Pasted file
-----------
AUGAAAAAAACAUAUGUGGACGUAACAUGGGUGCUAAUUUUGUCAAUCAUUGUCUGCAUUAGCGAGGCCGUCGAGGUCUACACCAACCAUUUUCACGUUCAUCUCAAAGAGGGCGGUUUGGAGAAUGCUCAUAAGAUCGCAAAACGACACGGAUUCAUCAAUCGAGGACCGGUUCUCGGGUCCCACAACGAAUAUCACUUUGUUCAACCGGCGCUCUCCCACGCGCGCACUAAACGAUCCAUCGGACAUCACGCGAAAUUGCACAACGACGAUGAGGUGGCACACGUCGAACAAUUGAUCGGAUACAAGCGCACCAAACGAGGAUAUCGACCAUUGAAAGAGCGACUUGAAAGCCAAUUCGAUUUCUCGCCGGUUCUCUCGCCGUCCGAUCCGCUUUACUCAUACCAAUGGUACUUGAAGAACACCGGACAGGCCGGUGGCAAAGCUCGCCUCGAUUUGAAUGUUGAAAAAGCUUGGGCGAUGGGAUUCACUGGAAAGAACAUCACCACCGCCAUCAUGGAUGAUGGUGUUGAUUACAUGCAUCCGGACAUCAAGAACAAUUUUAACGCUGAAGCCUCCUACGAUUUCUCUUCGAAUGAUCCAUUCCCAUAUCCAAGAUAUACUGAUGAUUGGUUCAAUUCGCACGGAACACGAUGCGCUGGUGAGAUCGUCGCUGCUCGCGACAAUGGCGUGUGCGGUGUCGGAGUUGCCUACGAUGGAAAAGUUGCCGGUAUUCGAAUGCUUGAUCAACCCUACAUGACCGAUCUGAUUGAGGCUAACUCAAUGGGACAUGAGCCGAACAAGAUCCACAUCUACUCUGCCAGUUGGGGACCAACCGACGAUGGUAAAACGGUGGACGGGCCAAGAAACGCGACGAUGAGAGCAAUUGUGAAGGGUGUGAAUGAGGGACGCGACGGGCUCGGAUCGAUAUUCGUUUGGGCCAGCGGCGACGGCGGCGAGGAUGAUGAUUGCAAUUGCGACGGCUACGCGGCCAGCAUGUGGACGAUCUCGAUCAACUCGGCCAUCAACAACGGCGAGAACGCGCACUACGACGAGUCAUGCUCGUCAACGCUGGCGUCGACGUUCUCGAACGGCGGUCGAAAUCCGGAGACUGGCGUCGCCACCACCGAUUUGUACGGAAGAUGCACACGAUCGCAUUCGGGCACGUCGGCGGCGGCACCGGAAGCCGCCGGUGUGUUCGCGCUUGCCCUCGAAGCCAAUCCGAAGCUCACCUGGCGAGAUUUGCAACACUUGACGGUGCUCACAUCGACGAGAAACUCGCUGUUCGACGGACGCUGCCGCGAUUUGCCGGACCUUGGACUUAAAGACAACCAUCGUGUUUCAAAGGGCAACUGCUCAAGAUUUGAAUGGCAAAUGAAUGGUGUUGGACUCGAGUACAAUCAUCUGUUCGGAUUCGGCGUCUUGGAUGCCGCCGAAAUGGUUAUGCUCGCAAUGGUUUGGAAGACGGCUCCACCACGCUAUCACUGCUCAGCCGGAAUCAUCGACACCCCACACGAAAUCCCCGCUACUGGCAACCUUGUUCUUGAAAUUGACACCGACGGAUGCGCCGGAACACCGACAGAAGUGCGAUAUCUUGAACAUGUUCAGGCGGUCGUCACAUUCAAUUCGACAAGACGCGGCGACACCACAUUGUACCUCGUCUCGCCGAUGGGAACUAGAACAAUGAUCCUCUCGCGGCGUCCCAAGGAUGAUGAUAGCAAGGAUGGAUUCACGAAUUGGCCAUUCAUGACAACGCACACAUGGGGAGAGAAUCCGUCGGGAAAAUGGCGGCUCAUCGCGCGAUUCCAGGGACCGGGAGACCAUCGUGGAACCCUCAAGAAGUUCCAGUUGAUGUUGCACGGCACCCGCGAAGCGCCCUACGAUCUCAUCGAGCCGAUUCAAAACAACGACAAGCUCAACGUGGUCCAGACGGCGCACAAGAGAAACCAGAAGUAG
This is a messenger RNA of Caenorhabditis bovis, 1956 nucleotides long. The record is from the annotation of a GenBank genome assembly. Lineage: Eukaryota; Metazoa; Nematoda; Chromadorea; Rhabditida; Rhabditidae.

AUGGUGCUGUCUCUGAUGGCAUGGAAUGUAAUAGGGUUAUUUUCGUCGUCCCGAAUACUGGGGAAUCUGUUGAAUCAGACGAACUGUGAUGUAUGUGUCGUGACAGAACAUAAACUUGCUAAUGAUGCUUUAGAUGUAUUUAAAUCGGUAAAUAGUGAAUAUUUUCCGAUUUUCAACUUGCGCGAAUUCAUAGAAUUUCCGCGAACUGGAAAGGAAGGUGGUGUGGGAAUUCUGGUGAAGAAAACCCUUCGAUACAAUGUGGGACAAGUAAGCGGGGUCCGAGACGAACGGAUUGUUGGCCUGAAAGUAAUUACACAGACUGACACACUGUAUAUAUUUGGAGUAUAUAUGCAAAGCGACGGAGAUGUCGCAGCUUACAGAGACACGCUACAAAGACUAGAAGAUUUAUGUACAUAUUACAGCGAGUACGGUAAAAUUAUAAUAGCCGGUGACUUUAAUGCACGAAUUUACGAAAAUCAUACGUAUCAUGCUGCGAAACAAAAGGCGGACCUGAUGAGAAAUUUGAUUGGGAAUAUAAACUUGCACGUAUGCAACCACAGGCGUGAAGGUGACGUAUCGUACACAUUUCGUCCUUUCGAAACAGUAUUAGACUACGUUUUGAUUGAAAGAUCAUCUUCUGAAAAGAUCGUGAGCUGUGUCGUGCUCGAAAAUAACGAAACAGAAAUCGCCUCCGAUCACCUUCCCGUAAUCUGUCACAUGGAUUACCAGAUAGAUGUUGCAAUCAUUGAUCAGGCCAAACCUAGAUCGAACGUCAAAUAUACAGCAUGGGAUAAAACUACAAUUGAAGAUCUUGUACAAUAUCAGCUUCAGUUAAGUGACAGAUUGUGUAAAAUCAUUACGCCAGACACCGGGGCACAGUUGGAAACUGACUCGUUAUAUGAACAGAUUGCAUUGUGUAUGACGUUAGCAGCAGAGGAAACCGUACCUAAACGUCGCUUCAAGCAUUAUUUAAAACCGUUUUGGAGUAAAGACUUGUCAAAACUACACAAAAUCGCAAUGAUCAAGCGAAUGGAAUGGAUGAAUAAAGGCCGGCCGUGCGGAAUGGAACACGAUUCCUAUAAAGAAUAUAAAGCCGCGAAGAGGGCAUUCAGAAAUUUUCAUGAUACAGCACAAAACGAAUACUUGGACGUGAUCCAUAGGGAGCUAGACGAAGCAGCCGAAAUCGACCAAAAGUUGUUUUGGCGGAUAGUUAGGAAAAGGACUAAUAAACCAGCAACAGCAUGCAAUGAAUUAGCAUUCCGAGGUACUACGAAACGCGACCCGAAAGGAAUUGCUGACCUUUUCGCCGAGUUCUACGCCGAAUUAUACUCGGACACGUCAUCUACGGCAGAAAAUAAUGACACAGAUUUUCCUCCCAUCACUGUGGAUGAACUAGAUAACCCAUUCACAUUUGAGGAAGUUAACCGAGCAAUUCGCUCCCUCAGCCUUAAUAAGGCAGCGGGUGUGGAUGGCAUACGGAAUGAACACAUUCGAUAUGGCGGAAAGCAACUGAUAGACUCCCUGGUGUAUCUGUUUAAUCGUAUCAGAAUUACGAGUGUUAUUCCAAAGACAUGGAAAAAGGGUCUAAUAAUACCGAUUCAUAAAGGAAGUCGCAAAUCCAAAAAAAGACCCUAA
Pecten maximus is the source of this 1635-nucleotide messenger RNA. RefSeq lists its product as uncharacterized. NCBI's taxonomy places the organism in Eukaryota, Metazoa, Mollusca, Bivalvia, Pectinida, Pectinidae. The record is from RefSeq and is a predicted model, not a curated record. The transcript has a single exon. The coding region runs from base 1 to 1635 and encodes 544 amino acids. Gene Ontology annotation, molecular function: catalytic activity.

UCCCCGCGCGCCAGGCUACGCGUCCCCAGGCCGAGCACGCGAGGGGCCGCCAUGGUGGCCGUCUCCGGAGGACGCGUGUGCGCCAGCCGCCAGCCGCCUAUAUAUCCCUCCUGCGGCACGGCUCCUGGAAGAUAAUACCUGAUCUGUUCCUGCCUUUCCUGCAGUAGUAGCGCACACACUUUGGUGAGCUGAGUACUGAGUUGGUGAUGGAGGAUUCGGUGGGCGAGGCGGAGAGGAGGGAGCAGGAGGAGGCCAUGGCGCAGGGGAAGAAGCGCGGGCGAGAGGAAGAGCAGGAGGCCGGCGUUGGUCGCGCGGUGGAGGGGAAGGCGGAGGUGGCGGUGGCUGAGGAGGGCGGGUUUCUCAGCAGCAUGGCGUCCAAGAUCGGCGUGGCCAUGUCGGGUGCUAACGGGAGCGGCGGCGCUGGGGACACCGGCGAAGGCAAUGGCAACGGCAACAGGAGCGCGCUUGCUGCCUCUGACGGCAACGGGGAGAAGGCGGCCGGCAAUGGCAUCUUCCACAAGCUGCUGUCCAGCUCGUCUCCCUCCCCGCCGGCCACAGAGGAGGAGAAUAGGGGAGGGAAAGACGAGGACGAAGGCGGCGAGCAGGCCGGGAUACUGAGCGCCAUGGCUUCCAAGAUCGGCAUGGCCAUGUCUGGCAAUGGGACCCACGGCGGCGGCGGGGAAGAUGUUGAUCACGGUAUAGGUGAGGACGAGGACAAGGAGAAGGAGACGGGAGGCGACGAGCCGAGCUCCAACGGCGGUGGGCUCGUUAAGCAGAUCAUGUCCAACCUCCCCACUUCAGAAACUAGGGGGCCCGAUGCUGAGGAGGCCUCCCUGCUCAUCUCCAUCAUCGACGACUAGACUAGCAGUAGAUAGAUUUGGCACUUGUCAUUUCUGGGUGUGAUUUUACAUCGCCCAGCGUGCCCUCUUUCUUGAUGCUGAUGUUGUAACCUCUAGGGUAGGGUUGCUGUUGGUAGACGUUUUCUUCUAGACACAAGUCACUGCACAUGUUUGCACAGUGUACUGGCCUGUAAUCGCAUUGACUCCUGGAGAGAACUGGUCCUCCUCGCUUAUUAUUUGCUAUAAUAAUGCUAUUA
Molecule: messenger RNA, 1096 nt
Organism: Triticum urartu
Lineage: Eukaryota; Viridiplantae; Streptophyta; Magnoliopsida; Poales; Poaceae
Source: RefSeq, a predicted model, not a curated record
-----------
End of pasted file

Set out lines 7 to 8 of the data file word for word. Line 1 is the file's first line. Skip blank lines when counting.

Organism: Triticum urartu
Lineage: Eukaryota; Viridiplantae; Streptophyta; Magnoliopsida; Poales; Poaceae